Glow Plugs

With 167 parts covering more than 8,000 applications, discover why DENSO glow plugs are the OE industry standard.

Glow Plugs

How DENSO glow plugs work

Improving the emissions standards of diesel engines is an increasing priority. Glow plugs play a key part in minimizing the environmental impact of diesel emissions, alongside ensuring engine reliability and performance. To start combustion within a diesel engine, air is compressed in a chamber to raise the temperature and pressure, fuel is then added to this air to start the combustion cycle, providing power to the engine.

If the temperature of the air is too low, then some of the fuel that is supplied may not be burnt. Unburnt fuel then turns into carbon and is released via the exhaust, causing environmental damage. To minimize the amount of unburnt fuel, glow plugs provide extra heat to the air and ensure that the combustion chambers reach the required temperature for a clean combustion cycle.

The engine management system (EMS) can also trigger glow plugs to provide heat to the diesel particulate filter (DPF) which burns toxic soot particles before they leave the exhaust in a process called diesel particulate filter (DPF) regeneration. This burns the soot particles, meaning it won’t have an adverse effect on the environment.

Overall Glow Plug image

Features and benefits of DENSO glow plugs

  • Manufactured to meet or exceed OE specifications.
  • Reliable temperature control, including faster heat-up times.
  • Suitable for use in almost any European diesel engine.
  • Proven to reduce a vehicle’s carbon emissions impact.
  • Manufactured with highest quality standards and precision
OE standard quality
By making significant investments into research and development, we’ve created innovative glow plug designs that meet or exceed industry standards.
Reliable temperature control
With a reliable rapid start, even in sub-zero temperatures, DENSO glow plugs heat up fast and stay at a high temperature for longer, helping to reduce carbon emissions.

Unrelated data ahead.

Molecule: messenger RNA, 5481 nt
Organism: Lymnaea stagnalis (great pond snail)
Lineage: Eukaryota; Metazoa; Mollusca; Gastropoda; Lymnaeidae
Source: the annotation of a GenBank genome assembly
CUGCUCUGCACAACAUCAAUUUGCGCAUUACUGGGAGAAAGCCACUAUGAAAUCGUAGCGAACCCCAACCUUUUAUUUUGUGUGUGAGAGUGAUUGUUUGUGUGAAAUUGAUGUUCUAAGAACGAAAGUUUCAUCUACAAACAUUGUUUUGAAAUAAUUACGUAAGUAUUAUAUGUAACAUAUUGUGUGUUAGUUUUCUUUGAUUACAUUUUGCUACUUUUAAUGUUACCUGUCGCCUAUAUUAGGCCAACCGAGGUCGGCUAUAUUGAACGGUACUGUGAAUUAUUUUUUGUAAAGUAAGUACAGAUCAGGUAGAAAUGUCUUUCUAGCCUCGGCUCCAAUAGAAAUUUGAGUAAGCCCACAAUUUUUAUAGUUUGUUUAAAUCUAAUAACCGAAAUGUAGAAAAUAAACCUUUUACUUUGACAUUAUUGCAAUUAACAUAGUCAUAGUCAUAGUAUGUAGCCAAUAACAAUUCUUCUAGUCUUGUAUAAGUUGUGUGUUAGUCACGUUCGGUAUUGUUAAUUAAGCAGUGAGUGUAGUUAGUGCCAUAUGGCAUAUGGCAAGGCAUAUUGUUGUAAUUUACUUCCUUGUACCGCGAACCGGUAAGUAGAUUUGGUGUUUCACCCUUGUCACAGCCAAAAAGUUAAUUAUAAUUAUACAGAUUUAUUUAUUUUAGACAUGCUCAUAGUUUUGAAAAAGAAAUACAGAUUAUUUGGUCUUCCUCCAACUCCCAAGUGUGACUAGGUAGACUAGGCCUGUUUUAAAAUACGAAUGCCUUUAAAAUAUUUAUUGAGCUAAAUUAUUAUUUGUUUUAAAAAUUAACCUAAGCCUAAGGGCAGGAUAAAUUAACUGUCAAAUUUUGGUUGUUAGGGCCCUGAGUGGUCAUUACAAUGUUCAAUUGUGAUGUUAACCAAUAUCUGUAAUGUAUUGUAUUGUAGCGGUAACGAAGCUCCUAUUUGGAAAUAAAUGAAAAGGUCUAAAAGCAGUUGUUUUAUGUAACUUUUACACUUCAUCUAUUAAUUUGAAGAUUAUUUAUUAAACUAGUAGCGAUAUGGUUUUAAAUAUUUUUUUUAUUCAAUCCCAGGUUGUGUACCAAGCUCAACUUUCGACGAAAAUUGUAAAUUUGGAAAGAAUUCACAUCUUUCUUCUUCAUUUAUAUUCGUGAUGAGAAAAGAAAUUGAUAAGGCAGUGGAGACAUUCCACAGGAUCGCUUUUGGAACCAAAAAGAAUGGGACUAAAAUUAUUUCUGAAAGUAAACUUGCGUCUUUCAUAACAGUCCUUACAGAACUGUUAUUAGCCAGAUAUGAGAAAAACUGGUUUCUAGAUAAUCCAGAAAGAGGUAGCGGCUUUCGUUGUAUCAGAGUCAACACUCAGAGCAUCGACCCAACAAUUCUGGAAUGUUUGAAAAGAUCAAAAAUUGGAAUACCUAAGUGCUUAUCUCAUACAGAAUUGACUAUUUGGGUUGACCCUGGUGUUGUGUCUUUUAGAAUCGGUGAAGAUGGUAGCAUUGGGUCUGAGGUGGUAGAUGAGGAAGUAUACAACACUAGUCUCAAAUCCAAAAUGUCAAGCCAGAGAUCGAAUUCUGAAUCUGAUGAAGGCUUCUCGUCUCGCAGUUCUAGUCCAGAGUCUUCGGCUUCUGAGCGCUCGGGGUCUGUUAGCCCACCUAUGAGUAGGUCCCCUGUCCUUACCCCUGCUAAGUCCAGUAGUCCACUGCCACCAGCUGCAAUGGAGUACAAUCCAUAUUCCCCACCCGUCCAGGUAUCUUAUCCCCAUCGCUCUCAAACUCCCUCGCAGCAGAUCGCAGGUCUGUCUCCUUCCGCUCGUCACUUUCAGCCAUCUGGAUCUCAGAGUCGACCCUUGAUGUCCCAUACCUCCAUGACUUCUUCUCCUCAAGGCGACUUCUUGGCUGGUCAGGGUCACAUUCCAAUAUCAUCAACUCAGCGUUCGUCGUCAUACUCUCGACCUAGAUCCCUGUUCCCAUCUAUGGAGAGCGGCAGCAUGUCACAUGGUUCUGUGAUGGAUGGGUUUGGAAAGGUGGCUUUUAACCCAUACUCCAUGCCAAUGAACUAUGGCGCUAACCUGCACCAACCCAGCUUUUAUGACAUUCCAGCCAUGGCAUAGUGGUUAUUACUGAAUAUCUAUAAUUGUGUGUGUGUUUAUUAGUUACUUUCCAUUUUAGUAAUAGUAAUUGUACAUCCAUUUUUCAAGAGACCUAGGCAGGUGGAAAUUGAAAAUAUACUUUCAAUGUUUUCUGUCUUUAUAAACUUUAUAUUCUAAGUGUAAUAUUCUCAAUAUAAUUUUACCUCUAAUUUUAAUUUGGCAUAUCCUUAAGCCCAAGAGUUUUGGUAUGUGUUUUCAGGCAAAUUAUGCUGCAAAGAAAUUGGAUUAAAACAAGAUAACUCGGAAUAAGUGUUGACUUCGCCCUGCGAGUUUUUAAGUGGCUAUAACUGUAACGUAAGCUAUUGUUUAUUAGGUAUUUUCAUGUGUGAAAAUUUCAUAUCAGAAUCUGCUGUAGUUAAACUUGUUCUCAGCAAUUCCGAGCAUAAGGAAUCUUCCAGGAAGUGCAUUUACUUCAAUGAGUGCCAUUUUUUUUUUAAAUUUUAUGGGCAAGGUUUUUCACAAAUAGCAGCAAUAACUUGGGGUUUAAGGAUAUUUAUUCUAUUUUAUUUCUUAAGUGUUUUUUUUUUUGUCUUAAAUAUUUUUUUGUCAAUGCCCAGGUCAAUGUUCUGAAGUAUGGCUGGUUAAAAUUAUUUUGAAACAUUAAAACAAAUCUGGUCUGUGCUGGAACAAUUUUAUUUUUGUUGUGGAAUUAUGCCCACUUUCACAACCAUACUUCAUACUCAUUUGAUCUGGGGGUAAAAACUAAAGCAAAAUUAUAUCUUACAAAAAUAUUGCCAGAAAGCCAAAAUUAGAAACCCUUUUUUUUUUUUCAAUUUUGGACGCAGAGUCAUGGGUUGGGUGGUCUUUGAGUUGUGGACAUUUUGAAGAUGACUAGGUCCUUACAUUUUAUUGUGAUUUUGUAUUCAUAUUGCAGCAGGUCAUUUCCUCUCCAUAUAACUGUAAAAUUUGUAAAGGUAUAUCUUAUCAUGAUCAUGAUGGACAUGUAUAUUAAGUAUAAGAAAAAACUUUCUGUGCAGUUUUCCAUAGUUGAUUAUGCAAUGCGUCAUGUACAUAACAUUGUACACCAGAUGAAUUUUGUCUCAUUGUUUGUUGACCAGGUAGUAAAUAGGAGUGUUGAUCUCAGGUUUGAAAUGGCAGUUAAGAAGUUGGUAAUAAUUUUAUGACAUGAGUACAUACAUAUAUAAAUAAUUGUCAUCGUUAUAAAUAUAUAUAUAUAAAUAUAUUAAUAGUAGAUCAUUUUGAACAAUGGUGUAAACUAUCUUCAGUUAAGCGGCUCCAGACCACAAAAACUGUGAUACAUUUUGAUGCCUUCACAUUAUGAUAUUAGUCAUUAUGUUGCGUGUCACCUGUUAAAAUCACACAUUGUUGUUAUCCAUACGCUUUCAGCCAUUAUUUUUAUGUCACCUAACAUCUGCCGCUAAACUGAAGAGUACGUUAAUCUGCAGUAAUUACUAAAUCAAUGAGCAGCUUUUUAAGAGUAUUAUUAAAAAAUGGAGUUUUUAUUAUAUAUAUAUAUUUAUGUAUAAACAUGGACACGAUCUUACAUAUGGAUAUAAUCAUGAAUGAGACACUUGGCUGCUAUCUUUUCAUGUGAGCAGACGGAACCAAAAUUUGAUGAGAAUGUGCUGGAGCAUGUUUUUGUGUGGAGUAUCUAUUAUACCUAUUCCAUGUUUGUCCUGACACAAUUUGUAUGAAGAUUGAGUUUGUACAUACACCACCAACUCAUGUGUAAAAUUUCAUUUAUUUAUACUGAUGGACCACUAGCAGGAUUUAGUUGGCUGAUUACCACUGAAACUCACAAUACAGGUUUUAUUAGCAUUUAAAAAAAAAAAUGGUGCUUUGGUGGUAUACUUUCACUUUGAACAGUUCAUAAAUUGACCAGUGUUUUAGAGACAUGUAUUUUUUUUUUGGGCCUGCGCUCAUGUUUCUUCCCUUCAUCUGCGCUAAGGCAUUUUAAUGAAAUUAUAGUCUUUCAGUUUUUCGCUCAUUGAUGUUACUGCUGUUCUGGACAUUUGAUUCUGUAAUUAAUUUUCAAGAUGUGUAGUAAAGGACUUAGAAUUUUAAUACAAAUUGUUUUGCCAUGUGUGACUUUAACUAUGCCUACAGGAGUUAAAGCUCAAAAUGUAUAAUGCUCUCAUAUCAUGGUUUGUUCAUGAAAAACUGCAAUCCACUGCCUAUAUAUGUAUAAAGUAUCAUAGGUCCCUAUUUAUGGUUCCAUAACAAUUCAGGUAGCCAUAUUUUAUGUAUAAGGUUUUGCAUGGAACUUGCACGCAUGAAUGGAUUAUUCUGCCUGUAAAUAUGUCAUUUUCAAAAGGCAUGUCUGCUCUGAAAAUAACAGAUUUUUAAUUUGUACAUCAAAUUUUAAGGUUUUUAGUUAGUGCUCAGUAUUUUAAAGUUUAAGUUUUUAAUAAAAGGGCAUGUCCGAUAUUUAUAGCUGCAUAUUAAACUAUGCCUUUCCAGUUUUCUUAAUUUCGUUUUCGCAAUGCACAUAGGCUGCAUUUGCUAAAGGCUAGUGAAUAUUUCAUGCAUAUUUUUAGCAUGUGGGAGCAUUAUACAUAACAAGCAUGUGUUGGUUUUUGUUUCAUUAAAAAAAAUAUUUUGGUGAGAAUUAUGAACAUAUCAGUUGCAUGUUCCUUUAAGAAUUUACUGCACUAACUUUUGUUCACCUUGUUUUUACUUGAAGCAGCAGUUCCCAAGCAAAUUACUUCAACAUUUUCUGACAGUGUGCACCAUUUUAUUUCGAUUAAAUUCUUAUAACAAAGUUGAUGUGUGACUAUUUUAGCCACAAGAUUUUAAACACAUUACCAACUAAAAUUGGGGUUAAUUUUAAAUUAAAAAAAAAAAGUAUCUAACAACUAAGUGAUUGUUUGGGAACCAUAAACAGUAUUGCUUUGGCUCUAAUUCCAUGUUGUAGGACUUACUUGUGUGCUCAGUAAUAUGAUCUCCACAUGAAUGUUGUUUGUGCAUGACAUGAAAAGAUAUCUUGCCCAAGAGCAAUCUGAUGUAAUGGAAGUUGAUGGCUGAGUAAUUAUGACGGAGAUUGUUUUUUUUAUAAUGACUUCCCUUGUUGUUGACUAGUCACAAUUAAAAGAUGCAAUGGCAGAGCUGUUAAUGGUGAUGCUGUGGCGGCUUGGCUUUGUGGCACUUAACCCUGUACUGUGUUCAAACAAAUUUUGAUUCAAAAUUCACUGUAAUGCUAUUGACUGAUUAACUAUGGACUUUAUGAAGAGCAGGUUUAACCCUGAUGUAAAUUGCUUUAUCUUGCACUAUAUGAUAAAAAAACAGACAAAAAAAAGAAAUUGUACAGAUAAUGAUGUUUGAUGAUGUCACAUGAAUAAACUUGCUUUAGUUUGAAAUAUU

Easy-to-access parts
DENSO products cover more applications with fewer part references. Plus, an easy-to-use part numbering system helps manufacturers find the right part quickly and easily.
Glow plug packaging showing different sizes

Types and characteristics

Whatever your application or vehicle type, DENSO glow plugs provide efficiency and optimum performance that makes us a long-standing leader in the European aftermarket.

Glow Plugs types

Instant heating

Our market-leading double coil technology provides instant heating and a self-regulating resistor that enables quick engine start-up and reduces noise, vibrations and emissions.


As the first OE manufacturer of ceramic glow plugs, the conductive nature of the material means the all-ceramic design can reach and maintain high temperatures for longer.

Double coil

With two serial resistors inside, one acts as a regulator to ensure improved temperature accuracy and enabling the glow plug to reach hotter temperatures in a shorter time.


Our OE standard glow plugs are proven to provide high-temperature performance quickly with greater temperature accuracy, ensuring long-lasting ignition performance every time.

Catalogues and leaflets

To find out more about Glow Plugs browse the Downloads Area section. Click here.

Installation and fault finding